OUSTED by rebel troops and stripped of his powers by a besieged parliament, Azerbaijan's first democratically elected president stands fast in retreat.
"I don't believe that Azerbaijan will go back [to dictatorship] and, if so, it can only survive for a very short time," Abulfaz Elchibey, the bearded president and scholar, said in an interview in his home village of Ordubad, high in the mountains of the Azeri region of Nakhichevan. "We have already made some steps toward a market economy and this will prevent Azerbaijan from returning to a form of dictatorship."
Mr. Elchibey, who was elected with 60 percent of the vote last June, fled Baku June 18 when rebel troops advanced from their base in the western city of Ganja to the outskirts of the capital of Baku. On June 24, with rebel troops surrounding the building, the parliament voted to strip Elchibey of his powers because of his refusal to return to the capital.
Negotiations for sharing power are going on between former Communist Party chief Geidar Aliyev, now elected head of the parliament, and rebel commander Suret Guseinov.
In defeat, Elchibey has gathered his closest followers from the nationalist Azerbaijan Popular Front around him in a bunker atmosphere. Trusted Popular Front militiamen guard his office, while military police and National Guard units have sealed the area.
But the strongest support for Elchibey has come from abroad, from the United States, the European Community, and particularly from neighboring Turkey, all of which have continued to defend the legitimacy of his presidency. On June 24, the Turkish Foreign Minister Hikmet Cetin sent a letter to the United Nations stating Turkey's intentions to support the "lawful authorities" of Azerbaijan, describing the recent events as an army mutiny aimed at overthrowing the democratically elected government. In his vi llage retreat, Elchibey receives discreet counsel from high-ranking Turkish officials late into the night.
Diplomatic sources in Moscow contrast this tough position with the passive stance of the Russian government. Recalling Russian Foreign Minister Andrei Kozyrev's repeated calls for the West to support the democratically elected President Boris Yeltsin against threats of coups in Russia, "it is surprising we have not heard the same thing from the Russians themselves," says a Middle Eastern diplomat who follows the Azerbaijan situation.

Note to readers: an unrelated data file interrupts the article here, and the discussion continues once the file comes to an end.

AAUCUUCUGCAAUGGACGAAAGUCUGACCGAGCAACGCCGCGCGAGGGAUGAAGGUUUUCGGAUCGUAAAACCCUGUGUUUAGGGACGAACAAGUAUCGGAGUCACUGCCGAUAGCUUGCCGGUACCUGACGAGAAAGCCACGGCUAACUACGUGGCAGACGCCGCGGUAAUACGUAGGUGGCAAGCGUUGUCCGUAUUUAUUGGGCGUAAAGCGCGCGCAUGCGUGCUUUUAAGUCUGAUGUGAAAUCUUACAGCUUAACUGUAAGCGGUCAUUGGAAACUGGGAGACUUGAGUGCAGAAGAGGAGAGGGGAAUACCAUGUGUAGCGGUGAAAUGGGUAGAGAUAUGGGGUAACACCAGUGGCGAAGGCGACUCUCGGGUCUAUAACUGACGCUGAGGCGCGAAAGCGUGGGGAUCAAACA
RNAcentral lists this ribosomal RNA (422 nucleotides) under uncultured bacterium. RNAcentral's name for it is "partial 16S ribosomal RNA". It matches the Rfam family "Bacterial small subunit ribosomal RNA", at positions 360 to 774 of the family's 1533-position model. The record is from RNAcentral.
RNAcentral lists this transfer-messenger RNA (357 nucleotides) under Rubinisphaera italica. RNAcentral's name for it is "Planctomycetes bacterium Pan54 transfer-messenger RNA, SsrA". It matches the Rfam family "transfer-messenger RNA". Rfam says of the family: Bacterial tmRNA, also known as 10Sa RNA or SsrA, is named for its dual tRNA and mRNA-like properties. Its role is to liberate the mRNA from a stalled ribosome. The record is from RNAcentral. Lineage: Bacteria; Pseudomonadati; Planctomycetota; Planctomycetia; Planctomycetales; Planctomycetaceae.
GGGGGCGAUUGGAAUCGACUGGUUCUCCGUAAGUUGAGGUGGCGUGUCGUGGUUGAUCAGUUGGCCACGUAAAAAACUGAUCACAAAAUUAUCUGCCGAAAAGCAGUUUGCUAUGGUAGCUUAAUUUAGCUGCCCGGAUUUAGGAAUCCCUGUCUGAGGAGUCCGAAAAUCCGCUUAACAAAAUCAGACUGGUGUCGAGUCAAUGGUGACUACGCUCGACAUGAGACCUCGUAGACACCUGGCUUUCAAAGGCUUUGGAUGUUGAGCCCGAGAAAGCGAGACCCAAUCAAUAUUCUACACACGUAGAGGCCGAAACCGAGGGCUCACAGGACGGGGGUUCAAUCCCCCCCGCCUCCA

The Russian Foreign Ministry statement issued on June 24 refers only to settlement of the conflict in Azerbaijan on a "constitutional basis" and warns against "foreign interference." But, counters the diplomat, "when you have troops surrounding the parliament, you cannot think that what happened in the Majlis [the parliament] is support of constitutional methods."
The Russians are widely believed to be happy with the ascension to power of Mr. Aliyev, a veteran member of the Soviet Communist Party who rose from being Azeri KGB chief and party boss to membership in the Politburo in Moscow. After being ousted in 1989, Aliyev refurbished his image as an Azerbaijani nationalist and made a comeback to as chief of his home region of Nakhichevan, an enclave separated from Azerbaijan by the territory of the former Soviet republic of Armenia.
"Why not Geidar Aliyev?" the Russian Ministry of Defense daily Red Star asked rhetorically in a June 26 article. "People need stability, firmness, and the predictability of authorities."
Accusations of Russian backing for the overthrow of Elchibey have circulated through Baku from the first moments of the clash with rebel troops on June 4. Some point to the fact that the rebel units were well armed with equipment handed over to them by departing Russian troops, although there is no proof this was a deliberate act.
The diplomatic source, echoing charges made by Elchibey supporters in Azerbaijan, suggests that Russia has an interest in blocking deals between Azerbaijan and major foreign oil companies to develop oil reserves under the Caspian Sea. The political turmoil forced postponement of the signing of a $9 billion oil deal with a consortium of foreign firms.
But Aliyev is unlikely to do Moscow's bidding. Indeed he now speaks angrily about Russian "imperialism" and is eager to demonstrate his claim to be an Azerbaijani nationalist.
Meanwhile, Elchibey's own options look bleak. If he returns to Baku, parliament has said it will impeach him for ordering the attack on the rebel garrison in Ganja. If he stays in Nakhichevan, he risks being sidelined entirely by the changes in Baku.
Elchibey remains adamant that he can return to power. "I am still confident that we can solve this crisis through democratic means," he says. "Certain measures have to be taken before I will go back to Baku and for the time being I will stay in Nakhichevan, but I will return."